The Bears added Horsted on to their practice squad and developed the former Princeton receiver into an NFL tight end. On Thursday, he was the top U tight end in Nagy's offense and got his chance.

"There were many days the last six months where I thought I might've caught my last pass, or certainly my last touchdown," Horsted said. "But you just kind of keep moving forward and try to improve yourself as best as you can."

Unsteady Eddy?

Last Sunday, the Bears set the kicking distance limit for kicker Eddy Pineiro under 48 yards, special teams coordinator Chris Tabor revealed. That decision was made kicking with a slight wind at Soldier Field.

Do the Bears have any faith left in Pineiro? Thursday again suggested the answer is no after they passed up a 50-yard field-goal attempt inside Ford Field to instead go for it on fourth-and-6. Still, Nagy downplayed the decision as it related to Pineiro. 

"I just felt that at that point in time, staying a little bit aggressive," Nagy said.

But that wasn't an isolated decision, given that the Bears elected to go for it on fourth-and-9 in a similar situation in a loss to the Rams on Nov. 17.

If the Bears believe they're best suited going for a fourth-and-6 instead of attempting a 50-yard field goal indoors, Pineiro probably shouldn't be their kicker.

Extra points

-- For all the struggles the Bears have had starting games, it helps when Cordarrelle Patterson can take a kickoff return to midfield, as he did Thursday. Trubisky then led the offense on a six-play, 50-yard touchdown drive, marking the second time this season that the Bears scored on their opening drive.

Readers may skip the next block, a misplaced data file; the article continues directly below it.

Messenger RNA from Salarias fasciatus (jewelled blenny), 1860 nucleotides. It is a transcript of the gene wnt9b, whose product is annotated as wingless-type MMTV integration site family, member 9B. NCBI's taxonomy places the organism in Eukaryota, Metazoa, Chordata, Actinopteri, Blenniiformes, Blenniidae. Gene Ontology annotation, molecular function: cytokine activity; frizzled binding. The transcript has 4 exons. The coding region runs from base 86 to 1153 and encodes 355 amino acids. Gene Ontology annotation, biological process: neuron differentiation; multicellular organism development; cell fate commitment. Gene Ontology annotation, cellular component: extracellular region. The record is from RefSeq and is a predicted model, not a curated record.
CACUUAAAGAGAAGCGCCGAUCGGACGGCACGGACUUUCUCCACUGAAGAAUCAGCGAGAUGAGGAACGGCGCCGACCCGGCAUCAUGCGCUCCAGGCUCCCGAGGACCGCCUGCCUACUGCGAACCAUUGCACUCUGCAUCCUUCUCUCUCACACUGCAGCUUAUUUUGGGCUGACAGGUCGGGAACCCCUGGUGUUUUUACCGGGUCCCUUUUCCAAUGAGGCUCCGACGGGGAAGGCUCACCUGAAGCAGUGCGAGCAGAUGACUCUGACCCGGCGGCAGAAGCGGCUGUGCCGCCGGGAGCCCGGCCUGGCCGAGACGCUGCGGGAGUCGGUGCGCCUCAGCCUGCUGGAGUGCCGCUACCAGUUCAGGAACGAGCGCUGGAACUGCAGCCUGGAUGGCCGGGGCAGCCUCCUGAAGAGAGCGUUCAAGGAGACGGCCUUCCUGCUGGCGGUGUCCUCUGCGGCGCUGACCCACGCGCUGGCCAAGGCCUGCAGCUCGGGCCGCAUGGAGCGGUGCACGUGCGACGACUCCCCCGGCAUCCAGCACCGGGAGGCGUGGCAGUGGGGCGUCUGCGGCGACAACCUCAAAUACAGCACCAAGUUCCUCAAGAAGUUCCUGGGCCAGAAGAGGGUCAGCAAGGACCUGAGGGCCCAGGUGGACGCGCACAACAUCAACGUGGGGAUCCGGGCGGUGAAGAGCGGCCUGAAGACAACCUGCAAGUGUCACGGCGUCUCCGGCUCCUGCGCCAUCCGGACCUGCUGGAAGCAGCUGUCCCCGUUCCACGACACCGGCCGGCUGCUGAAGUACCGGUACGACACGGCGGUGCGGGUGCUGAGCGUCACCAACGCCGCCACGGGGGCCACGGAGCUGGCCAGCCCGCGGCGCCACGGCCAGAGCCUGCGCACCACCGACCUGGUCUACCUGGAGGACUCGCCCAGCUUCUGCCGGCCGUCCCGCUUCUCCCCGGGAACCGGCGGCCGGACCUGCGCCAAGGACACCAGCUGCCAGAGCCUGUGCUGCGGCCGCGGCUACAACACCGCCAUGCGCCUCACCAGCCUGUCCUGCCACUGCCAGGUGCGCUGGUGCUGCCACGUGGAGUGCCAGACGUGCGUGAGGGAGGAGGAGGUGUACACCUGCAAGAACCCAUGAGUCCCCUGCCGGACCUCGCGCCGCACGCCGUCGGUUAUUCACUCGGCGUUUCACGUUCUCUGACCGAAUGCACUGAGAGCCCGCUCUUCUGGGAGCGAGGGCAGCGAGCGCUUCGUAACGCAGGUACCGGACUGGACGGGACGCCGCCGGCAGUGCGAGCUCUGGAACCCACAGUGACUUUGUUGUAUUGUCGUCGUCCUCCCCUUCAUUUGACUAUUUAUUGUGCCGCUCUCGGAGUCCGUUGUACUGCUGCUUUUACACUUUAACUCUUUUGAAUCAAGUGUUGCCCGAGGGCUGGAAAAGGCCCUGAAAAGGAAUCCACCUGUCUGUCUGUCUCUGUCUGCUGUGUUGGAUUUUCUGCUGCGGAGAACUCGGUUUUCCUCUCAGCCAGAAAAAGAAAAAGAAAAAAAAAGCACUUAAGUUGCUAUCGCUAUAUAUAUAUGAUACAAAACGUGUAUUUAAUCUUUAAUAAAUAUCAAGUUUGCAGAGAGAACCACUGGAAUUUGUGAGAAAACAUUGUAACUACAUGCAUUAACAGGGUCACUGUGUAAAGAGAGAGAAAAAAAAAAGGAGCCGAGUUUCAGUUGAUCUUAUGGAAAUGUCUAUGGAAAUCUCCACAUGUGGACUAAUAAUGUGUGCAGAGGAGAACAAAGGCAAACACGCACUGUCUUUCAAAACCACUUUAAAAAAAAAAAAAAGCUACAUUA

-- Credit cornerback Kyle Fuller with the play of the game. On a key third-and-1 for the Lions from the Bears' 5-yard line late in the game, he was left on an island between running back J.D. McKissic and the end zone. Fuller stuck McKissic short of the first-down marker and saved a touchdown that would've given Detroit full control of the game.

-- Top receiver Allen Robinson has been targeted 108 times this season, so it was important that the Bears have established receiver Anthony Miller as a second option for Trubisky. Miller set career-highs with eight receptions and 140 yards, including two key catches on the Bears' go-ahead drive late in the game.

-- Bears inside linebacker Roquan Smith had another stellar performance with a career-high 15 tackles while adding two sacks. 

-- Head referee Jerome Boger and his crew had a rough day, which included a rare dueling pass interference called on Golladay and Bears cornerback Buster Skrine.

-- The Bears and Lions were playing what seemed to be a tribute to so many Bears-Lions games of the past, then Trubisky took charge and won the game for Chicago.

-- After a power outage delayed the halftime show, Brothers Osborne should've opened with "It Ain't My Fault" as the first song. Still, it was a tremendous performance, even if time constraints cut out "21 Summer."

-- The Cowboys are a ticking time bomb that's arriving at Soldier Field next Thursday night. Their impending explosion could help the Bears climb back to above .500.

-- The most important game for the Bears is the next one.

Chris Emma covers the Bears, Chicago’s sports scene and more for 670TheScore.com. Follow him on Twitter @CEmma670.